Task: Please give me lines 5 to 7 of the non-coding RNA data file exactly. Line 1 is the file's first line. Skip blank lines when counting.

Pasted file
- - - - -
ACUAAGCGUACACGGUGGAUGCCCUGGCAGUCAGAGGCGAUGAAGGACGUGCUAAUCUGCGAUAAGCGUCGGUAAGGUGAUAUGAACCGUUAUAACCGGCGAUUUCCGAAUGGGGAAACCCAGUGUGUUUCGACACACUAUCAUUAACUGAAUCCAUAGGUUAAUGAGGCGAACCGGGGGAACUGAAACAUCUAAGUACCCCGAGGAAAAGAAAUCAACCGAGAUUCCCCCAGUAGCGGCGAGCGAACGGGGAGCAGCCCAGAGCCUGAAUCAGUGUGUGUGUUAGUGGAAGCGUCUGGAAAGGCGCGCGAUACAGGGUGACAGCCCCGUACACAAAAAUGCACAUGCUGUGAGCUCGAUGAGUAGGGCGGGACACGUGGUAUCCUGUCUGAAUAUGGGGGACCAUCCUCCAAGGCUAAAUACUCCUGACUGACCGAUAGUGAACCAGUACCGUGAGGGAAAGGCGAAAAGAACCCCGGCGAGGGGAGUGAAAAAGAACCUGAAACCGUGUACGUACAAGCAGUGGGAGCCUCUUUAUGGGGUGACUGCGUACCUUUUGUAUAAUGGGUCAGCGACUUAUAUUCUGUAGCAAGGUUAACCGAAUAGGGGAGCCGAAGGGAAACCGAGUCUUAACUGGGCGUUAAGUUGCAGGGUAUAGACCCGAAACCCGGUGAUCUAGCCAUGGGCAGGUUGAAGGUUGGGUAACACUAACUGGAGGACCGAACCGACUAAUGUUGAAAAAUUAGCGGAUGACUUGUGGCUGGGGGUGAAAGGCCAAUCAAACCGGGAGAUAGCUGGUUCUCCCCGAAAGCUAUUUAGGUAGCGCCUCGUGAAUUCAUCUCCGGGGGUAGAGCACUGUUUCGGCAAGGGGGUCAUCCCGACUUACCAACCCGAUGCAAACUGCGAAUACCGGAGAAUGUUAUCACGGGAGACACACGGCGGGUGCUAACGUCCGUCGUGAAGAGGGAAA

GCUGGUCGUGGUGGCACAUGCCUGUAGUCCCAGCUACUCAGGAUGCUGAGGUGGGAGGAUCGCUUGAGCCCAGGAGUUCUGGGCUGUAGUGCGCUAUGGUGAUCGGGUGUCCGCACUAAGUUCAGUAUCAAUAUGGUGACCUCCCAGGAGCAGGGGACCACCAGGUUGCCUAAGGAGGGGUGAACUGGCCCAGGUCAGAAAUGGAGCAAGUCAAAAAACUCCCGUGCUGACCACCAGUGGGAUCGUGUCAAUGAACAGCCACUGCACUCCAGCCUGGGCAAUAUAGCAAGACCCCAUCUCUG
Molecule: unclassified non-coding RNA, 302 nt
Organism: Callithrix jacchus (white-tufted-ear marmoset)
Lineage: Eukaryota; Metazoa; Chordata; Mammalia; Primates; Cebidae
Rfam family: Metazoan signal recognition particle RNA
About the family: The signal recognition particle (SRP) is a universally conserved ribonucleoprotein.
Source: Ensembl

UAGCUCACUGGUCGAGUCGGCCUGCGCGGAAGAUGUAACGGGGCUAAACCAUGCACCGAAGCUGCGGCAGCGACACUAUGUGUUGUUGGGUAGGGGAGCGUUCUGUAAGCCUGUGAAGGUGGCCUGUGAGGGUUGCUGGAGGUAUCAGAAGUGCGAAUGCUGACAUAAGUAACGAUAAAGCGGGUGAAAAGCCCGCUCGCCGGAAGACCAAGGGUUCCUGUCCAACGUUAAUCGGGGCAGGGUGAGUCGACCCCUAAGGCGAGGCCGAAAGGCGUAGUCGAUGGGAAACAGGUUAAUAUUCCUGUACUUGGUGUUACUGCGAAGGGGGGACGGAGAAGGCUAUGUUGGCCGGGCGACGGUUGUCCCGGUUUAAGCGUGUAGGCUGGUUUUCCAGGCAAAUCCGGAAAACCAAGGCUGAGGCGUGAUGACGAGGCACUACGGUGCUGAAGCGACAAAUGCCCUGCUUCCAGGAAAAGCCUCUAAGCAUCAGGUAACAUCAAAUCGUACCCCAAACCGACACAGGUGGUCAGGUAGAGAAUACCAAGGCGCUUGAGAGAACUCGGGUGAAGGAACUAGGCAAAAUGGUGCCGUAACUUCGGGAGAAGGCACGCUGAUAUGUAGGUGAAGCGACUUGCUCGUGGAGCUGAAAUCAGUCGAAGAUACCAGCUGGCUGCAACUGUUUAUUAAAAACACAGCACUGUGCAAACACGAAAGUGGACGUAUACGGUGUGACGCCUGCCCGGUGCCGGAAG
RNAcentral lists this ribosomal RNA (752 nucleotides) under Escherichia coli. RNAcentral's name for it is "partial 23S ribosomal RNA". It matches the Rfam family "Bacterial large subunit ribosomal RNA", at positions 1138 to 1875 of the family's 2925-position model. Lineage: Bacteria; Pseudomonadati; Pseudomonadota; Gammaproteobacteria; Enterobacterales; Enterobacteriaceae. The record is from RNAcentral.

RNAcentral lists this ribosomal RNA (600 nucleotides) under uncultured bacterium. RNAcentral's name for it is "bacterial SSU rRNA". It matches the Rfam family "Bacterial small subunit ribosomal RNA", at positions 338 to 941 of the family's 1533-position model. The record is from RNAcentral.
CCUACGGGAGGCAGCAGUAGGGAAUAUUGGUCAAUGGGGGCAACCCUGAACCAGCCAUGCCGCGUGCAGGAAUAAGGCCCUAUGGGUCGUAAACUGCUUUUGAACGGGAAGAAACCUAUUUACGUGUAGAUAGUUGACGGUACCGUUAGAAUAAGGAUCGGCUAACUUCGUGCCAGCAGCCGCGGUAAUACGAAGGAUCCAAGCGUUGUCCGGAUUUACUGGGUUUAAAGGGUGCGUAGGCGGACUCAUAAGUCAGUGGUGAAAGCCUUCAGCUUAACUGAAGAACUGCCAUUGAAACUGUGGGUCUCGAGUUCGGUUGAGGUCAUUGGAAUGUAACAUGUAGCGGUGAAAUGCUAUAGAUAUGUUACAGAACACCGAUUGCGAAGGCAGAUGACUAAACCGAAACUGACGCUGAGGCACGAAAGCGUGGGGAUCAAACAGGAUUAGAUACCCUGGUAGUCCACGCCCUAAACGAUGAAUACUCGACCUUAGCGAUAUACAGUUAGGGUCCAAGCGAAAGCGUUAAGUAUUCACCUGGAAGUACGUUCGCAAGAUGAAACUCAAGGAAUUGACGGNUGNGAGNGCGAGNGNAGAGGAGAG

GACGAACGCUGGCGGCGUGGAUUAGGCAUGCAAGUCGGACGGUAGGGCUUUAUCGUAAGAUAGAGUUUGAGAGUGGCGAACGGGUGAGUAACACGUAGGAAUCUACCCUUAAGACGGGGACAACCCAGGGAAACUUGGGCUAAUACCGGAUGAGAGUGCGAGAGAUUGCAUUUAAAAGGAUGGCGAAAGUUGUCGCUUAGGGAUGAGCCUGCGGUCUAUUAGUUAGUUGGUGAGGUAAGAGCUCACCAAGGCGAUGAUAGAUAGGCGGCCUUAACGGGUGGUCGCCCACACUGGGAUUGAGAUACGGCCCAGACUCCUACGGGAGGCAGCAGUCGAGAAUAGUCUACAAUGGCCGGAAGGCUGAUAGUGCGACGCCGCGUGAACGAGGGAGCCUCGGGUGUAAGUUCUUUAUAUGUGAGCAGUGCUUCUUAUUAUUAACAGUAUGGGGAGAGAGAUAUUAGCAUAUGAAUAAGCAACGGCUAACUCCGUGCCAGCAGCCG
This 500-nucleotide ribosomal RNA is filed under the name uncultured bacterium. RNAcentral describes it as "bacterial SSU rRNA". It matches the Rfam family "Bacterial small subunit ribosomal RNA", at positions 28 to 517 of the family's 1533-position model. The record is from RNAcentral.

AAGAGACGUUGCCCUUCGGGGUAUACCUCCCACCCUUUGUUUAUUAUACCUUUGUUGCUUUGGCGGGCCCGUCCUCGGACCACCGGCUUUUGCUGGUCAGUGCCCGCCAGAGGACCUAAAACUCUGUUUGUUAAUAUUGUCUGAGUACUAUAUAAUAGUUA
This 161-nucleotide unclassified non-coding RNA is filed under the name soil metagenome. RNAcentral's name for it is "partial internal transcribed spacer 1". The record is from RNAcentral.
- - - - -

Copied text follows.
Lineage: Eukaryota; Metazoa; Chordata; Mammalia; Primates; Cebidae
Rfam family: Metazoan signal recognition particle RNA
About the family: The signal recognition particle (SRP) is a universally conserved ribonucleoprotein.